Jeremy Clarkson, the opinionated motoring journalist, has something to say on just about everything, not just cars, in this collection of his columns from both Top Gear Magazine
and The Sunday Times
Whether you love or loathe him, Born to be Riled makes for an entertaining and lively read as Clarkson vents his anger and frustration at, among other things, Sunday drivers, caravans and politicians. Even places are not safe from his poisonous tongue, with Surrey, Birmingham and Norfolk being on the receiving end of some particularly venomous rants.
Clarkson's views on cars and motoring make for interesting reading but do tend to speak to the more initiated enthusiast than the casual driver and analogies and comparisons are often lost on all but the most technically minded car fanatic.
However, Clarkson writes with joyous wit and even when his arguments seem a little shaky, you can't help but find yourself nodding in agreement or realising that he is riled by all the things in life that you are--being stuck behind a caravan on a country back road or the drink-driving laws in this country. In much the same way as Bill Bryson chronicles life's daily woes and pitfalls with a scathing sense of humour, so Clarkson speaks for a silent majority who are secretly incensed by a million and one things everyday of their lives, but are just a little too British to say anything.
In this book, Clarkson has become the common man's champion and when he is fighting for the cause with this much humour and wit, long may he remain in that position. --Jonathan Weir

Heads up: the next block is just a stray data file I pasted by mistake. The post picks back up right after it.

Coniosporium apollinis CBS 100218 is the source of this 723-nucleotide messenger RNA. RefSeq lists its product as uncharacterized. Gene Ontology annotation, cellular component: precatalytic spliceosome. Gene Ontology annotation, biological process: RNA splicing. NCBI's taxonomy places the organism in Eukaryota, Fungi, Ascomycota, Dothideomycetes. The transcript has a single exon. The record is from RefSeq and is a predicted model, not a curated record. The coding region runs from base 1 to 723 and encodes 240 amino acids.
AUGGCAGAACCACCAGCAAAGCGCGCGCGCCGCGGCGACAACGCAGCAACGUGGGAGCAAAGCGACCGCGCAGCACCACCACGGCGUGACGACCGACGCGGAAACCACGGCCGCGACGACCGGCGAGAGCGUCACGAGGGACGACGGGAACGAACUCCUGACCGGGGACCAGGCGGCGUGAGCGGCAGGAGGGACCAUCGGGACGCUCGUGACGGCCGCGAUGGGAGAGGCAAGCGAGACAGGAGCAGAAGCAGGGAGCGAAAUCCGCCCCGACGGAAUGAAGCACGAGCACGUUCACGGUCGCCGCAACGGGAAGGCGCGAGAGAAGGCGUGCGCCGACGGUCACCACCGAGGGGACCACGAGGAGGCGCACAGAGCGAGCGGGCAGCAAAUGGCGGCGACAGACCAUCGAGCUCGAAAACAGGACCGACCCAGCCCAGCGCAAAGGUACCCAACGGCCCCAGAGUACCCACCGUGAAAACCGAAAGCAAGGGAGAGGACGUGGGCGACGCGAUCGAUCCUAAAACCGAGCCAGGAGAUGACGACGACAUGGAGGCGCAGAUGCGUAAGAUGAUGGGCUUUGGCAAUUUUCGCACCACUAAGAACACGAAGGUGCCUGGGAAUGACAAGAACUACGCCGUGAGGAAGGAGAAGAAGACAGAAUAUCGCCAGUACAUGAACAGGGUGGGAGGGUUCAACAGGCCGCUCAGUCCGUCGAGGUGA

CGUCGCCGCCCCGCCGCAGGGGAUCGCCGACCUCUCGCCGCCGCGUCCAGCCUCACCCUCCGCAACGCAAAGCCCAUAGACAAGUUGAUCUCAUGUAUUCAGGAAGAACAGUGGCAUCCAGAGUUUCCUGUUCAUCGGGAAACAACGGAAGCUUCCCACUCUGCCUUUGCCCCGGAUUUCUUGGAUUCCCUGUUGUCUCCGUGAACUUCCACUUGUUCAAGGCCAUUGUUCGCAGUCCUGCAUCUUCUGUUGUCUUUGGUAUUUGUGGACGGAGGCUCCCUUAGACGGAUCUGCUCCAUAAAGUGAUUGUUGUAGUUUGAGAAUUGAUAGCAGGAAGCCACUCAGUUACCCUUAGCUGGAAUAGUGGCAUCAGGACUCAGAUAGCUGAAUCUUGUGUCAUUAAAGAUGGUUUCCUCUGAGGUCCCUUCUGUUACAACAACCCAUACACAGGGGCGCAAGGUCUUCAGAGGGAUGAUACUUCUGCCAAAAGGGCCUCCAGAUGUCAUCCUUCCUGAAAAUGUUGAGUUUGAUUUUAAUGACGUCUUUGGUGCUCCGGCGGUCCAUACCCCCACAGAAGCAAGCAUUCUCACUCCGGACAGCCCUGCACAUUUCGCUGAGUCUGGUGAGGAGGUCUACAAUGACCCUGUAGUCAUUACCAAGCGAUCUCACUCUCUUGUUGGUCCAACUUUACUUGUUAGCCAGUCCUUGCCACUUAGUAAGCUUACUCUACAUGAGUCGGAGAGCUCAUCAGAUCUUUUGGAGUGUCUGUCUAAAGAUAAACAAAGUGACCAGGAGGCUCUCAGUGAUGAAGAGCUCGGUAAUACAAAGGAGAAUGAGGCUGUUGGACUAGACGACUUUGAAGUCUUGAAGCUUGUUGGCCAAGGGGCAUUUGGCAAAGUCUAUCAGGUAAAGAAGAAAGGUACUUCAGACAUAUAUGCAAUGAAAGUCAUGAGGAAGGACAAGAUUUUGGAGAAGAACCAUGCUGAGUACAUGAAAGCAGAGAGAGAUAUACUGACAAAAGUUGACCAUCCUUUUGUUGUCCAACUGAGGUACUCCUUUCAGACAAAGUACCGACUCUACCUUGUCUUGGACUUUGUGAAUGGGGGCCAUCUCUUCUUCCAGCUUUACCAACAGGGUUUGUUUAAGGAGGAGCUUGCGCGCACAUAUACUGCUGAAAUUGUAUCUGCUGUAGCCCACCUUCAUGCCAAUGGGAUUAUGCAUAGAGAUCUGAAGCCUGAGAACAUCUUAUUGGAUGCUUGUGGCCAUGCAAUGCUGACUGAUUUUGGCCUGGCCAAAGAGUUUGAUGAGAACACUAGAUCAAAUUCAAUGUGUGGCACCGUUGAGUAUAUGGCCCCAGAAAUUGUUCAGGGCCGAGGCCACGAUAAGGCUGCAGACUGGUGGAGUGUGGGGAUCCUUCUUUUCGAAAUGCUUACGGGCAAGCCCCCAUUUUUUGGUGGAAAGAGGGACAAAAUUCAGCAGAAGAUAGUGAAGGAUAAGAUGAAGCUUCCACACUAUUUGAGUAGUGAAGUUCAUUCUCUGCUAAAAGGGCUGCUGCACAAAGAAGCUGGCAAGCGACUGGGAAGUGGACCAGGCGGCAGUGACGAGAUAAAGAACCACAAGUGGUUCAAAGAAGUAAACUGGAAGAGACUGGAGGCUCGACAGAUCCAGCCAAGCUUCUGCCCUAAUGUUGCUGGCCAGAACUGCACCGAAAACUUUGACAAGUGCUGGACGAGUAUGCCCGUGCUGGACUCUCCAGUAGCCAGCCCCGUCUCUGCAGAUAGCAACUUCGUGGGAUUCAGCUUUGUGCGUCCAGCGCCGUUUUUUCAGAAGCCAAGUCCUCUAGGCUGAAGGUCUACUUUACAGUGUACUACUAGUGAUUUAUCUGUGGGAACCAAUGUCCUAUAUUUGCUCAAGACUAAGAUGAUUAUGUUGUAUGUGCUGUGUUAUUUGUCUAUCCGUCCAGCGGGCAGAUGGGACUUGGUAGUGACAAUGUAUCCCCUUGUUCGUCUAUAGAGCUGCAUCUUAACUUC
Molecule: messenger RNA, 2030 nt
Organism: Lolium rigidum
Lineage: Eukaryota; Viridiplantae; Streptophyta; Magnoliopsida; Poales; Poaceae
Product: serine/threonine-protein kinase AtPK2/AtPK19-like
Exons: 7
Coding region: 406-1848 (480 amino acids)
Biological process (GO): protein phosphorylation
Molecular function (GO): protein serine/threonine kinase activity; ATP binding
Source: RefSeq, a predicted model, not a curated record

From the Publisher
Tall, Dark and Clarkson
Jeremy Clarkson gets a stack of letters from young people asking how they can nick his job, and his reply is always the same: forget about the driving, think about your writing. Television may have brought the fame, but the key to Britains most celebrated motoring journalist lies within the written word, and this book is the best of Clarkson on his home ground bringing together the cream of his columns form Top Gear Magazine and the Sunday Times. Naturally we get his verdict on a whole spectrum of cars from Ferraris to FSOs with some leaving him drooling at their drop - dead presence, whilst others leave him wishing they would just drop dead.
Cars aside, these columns are also a record of his thoughts on motoring in general, thoughts which managed to enrage the whole of Norfolk, the housewives of Surrey, all caravan owners, Nissan Sunny drivers and both the chefs in Birmingham. Throughout youll find lashings of opinion, from his appalling predictions for the F1 season through to his full-bore attacks on politicians who blame the car enthusiast for every evil in society. Sometimes his arguments are strong and incisive, sometimes theyre as thin as an after dinner mint, but Born to be Riled remains throughout a joyful, mischievous and beautifully written record of one mans extraordinary life on wheels.